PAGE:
As the temperatures here in Dallas rise to anger-inducing levels, I’m reminded of my summers spent avoiding the sun at my grandmother’s house in Lancaster County, Pennsylvania. My parents would ship me off to visit our “Amish” relatives, experience a simpler country life, and even spend a week at Jesus camp, which happened to be my concentrated dose of religion for the year. While I would come home after the month-long excursion thankful to be around luxuries like air conditioning and cable, I secretly loved visiting Grandma because I had the chance to work as child-labor at my aunt’s video store where she paid me in free movies. Unlike my cautious mother, my Aunt Katie never censored the videos I picked to take home each night. However she did require I watch the original of any remake or sequel of a classic. I guess that explains why one summer I spent almost every night watching Hitchcock films in preparation to see the remake of Psycho.
When most people think of summer films, images of explosions, beaches, sweating, and (most importantly) sex fill the brain. Yet not all the films I watched those formative summers were, in fact, happy summer fare. The films that remind me the most of summer are ones involving a heavy amount of smut and questionable characters making despicable decisions.
Let’s start with 1960’s sexually charged Where the Boys Are, one of the first studio films to directly deal with young adult sex. Although the film occurs during spring break rather than the summer, the film seems more summery than not. Four college-aged ladies drive down to Fort Lauderdale, talking beach flings and lost virginity. Merrit Andrews (Dolores Hart) is the brash, assertive ring-leader, whose laisez faire attitude toward sex inspires good-girl Melanie (Yvette Mimiuex) to bed the first boy she meets. Merrit and Melanie could not be more different, however when both are faced with the opportunity to have casual, carefree sex, Merrit develops feelings and realizes she isn’t emotionally ready for sex with her new beau Ryder (George Hamilton). Her intuition was right, as he dumps her on the spot and takes up with another girl who has no problems giving herself to him. Merrit is crushed, but she is one of those rare pre-ratings system heroines who recognizes power lies in being true to herself. Even though Merrit eventually takes Ryder back, she still questions if he’s the right one for her.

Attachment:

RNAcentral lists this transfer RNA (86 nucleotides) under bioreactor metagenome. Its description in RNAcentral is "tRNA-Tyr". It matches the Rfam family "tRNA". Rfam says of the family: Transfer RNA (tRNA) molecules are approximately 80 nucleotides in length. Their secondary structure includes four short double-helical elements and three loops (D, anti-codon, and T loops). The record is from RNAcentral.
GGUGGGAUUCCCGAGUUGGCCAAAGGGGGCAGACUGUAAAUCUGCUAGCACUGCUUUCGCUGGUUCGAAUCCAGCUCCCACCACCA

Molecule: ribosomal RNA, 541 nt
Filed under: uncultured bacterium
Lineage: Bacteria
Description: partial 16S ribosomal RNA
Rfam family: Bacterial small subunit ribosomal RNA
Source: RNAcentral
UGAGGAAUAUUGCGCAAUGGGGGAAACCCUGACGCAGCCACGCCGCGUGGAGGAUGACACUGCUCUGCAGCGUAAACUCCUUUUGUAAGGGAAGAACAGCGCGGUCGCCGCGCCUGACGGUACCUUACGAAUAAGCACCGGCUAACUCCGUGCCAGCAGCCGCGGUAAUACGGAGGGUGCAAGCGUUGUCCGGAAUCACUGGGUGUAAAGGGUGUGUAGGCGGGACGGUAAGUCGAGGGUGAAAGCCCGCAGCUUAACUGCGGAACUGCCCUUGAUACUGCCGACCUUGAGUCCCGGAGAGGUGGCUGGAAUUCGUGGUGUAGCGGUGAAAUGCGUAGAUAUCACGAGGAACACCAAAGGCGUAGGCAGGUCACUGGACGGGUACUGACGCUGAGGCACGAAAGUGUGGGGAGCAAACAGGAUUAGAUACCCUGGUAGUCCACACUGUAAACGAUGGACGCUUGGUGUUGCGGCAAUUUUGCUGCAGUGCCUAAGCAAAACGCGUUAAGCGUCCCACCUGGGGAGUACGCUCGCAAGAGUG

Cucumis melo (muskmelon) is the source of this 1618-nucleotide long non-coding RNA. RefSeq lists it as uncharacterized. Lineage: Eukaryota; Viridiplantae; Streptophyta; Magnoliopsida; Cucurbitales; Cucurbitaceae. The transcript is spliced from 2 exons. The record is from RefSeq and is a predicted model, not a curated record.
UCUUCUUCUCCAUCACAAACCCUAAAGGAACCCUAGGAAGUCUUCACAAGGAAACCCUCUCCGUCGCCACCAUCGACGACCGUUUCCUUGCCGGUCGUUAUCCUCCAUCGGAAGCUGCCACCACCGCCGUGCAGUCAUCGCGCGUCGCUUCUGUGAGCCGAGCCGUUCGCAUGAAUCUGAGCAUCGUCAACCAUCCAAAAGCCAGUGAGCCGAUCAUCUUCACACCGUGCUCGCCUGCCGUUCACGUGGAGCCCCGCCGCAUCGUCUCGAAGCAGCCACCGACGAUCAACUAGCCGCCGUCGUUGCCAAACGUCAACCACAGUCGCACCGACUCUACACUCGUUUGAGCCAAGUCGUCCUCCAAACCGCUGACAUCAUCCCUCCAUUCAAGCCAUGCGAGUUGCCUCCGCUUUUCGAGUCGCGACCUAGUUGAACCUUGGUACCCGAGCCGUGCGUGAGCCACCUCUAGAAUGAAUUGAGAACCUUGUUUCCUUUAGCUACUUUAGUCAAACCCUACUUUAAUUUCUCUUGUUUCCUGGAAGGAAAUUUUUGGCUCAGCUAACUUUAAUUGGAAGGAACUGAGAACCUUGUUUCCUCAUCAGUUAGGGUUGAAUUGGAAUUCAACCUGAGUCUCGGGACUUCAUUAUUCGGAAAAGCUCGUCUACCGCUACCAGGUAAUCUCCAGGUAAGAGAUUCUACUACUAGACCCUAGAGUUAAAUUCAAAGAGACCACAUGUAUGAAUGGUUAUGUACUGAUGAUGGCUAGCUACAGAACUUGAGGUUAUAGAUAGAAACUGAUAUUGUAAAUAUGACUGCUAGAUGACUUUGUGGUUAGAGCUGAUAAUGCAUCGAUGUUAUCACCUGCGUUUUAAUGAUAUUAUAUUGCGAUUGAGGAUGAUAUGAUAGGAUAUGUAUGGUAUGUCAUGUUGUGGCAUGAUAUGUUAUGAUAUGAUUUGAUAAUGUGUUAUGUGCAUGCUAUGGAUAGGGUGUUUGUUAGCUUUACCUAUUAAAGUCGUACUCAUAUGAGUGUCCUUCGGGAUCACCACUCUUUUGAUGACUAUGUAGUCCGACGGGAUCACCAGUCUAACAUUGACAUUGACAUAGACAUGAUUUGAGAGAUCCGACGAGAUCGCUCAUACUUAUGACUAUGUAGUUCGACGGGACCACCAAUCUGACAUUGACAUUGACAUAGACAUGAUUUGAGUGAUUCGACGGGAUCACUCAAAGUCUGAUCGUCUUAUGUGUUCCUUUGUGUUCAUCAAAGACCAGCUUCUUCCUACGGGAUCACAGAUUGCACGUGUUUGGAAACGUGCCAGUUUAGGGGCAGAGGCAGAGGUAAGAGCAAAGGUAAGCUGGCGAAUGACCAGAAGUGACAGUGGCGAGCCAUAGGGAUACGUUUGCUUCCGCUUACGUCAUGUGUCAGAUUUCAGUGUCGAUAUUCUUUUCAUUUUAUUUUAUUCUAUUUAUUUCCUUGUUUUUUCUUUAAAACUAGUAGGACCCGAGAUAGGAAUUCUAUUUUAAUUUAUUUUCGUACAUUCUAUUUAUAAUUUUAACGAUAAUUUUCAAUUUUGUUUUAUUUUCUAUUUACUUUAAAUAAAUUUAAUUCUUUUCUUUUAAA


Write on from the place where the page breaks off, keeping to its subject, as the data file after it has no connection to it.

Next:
Unfortunately poor Melanie learns acting like someone she’s not has worse penalties than accepting who she really is. While Merrit struggles with her feelings towards a shitty boyfriend, Melanie takes up with the love of her life from Yale and is consequentially raped and thrown out of his dirty motel room. She ends up in the hospital with a disheartened Merrit watching over her. Merrit sees what could have happened to her if she hadn’t pulled back, and Melanie mournfully wishes she could go back to her previous self. Neither girl can change the outcome of their beach trip, but they can change their future.
While I normally do not agree with such victim-blaming, this moment perfectly fractured the fun-going tone of the film and turned it into a social commentary. We can look back on it through feminist eyes and protest the wrongness of painting Melanie as someone who “asked” for it, or we can recognize what the director was trying to say—that this happens to anyone, not just “sluts” and “those girls.”